Publication Title: Preston Leader
Source: Trove [National Library of Australia]
Country/State of Publication: Vic, Australia
"A FEW YEARS AGO." THE MAN WE WISHED DEAD. LOUIS BOTHA—AS SOLDIER. [Newspaper Article] — Preston Leader — 11 July 1914

"A FEW YEARS AGO." TI-IH MAN WE WISHED DEAD, LOUIS BOTHA-AB SOLDIER, The rare qualities of judgment and courage shown by General Botha In the various stages of the Boer .War are recounted in the "Pall Mall" Magazine, When the Doers first took the offensive, Botha's name was un. known to the world, but as "Lines. man" says:- New stars are discovered in the heavens often by accident, often by their influence upon visible bodies whilst they themselves are yet be. low the horizon, By both these means we early fighters in Natal, in the autumn days of 1899, were able to forecast some powerful agent at work below the dull sky of the Doer strategy, an agent which bade fair at times to gather the scattered luminaries of small successes into one baleful glare which would have utter ly put out the flickering British cause, Prisoners taken In the very bosom of the colony averred that, had one man but had his way, Joubert's great raid, Instead of stopping timorously on the Mooi, would have pierc...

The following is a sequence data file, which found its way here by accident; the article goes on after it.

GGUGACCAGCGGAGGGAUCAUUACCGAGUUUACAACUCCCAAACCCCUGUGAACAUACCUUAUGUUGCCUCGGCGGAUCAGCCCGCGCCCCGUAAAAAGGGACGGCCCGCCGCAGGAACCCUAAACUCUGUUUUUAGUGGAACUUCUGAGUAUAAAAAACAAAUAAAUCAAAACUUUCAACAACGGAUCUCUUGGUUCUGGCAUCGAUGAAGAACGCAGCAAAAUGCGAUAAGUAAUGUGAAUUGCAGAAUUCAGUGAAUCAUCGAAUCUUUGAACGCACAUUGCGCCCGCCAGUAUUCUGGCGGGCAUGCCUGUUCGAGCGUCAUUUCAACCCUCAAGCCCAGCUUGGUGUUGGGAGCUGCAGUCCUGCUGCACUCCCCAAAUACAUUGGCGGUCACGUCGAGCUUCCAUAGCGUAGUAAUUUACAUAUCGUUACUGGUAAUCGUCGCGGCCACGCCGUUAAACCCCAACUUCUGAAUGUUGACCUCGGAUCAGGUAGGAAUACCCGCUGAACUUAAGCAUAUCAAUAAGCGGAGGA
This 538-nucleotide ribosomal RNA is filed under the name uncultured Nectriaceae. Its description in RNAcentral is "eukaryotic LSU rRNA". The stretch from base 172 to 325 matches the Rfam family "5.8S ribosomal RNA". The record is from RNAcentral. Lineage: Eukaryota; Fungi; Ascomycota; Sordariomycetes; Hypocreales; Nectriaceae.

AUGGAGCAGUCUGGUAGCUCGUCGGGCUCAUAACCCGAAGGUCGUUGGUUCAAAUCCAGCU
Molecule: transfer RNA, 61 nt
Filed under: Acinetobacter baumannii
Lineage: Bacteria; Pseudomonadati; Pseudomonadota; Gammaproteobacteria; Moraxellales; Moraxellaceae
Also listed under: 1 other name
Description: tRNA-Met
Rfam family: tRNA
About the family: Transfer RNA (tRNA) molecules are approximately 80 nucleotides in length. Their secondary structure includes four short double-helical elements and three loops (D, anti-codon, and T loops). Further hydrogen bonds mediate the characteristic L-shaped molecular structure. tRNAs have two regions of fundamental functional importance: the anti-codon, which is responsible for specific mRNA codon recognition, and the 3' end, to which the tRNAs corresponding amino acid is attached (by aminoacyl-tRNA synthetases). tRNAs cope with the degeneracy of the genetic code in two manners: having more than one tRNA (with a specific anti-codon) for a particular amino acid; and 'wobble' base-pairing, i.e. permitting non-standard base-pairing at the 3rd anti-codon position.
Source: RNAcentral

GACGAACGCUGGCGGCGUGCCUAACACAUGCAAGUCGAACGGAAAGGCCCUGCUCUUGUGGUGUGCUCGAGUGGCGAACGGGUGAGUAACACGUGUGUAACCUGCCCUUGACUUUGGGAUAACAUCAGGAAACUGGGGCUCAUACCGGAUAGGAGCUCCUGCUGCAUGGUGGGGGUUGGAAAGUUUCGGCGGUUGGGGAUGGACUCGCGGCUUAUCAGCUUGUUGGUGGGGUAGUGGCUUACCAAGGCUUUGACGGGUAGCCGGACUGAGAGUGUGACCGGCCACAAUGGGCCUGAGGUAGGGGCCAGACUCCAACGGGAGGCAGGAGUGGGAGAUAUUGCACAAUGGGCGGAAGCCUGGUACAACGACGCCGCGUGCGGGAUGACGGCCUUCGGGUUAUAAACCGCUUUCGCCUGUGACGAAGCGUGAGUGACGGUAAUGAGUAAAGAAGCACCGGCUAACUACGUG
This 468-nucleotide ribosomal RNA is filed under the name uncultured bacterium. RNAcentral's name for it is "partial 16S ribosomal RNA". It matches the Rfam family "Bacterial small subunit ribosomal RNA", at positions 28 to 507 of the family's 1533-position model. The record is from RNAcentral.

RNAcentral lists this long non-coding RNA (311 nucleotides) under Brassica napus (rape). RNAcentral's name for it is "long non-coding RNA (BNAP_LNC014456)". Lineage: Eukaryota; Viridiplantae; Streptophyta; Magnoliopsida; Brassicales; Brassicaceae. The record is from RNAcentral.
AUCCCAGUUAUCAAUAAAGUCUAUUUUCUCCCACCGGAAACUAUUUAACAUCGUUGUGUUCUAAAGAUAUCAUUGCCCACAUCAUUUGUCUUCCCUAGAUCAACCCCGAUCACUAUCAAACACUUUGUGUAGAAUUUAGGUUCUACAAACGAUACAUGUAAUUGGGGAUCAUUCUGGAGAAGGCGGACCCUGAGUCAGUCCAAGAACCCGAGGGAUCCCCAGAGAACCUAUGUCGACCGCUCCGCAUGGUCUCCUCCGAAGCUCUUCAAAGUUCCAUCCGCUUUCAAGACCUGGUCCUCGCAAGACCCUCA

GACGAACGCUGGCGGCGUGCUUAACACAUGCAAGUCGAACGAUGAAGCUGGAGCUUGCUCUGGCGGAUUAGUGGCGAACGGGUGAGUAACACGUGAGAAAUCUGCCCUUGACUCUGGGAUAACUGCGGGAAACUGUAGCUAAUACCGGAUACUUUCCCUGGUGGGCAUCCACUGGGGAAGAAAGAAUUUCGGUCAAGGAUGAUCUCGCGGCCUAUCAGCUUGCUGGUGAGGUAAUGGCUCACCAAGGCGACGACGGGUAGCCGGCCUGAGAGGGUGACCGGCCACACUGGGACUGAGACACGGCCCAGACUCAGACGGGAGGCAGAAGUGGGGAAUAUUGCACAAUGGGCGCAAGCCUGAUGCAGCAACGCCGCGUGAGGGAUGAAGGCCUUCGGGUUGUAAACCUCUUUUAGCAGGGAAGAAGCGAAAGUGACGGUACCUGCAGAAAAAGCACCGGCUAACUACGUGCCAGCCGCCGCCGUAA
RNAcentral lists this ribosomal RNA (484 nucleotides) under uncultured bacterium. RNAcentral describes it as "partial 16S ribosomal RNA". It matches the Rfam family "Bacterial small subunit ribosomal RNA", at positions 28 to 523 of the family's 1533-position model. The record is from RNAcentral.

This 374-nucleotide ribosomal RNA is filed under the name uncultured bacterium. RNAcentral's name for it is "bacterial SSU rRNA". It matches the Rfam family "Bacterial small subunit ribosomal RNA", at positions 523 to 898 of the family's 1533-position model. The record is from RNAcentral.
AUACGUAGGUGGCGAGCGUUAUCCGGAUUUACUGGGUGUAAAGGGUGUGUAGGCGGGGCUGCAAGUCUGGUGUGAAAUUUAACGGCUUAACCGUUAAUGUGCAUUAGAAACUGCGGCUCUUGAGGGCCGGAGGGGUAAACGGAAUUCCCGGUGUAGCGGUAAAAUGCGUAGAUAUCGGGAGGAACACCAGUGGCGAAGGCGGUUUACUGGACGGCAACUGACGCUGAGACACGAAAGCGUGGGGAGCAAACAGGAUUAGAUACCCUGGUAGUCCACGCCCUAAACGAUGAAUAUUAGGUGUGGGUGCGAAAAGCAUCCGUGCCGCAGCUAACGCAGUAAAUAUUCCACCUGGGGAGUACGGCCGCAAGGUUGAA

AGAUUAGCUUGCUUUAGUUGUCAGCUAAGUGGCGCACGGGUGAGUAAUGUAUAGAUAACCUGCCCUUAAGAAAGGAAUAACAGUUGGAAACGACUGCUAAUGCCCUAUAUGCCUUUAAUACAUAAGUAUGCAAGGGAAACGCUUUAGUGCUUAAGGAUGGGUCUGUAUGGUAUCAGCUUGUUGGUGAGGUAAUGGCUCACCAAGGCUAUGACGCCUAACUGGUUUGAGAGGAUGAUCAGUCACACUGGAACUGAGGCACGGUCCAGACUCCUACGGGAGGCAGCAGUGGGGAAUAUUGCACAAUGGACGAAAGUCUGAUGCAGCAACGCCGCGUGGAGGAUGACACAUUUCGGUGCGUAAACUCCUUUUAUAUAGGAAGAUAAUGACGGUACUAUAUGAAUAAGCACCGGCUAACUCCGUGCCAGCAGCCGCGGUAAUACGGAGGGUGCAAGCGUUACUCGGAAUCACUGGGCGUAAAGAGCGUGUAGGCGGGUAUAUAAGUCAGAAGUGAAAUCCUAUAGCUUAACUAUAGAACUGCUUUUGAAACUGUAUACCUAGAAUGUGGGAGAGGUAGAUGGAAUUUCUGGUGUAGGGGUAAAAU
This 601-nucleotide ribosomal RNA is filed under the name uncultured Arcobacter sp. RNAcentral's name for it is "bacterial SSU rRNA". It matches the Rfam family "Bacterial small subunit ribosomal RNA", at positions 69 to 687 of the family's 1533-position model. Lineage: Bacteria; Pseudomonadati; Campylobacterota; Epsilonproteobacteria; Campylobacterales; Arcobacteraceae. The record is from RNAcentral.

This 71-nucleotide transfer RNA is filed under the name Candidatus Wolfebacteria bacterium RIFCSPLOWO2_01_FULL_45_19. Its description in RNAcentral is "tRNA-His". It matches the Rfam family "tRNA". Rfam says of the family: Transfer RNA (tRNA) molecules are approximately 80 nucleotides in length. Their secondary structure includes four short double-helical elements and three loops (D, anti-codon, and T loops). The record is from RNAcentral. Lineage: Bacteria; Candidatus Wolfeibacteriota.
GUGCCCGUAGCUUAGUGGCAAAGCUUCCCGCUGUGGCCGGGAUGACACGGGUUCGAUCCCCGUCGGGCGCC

Publication Title: Preston Leader
Source: Trove [National Library of Australia]
Country/State of Publication: Vic, Australia
WOMAN'S REVENGE. [Newspaper Article] — Preston Leader — 11 July 1914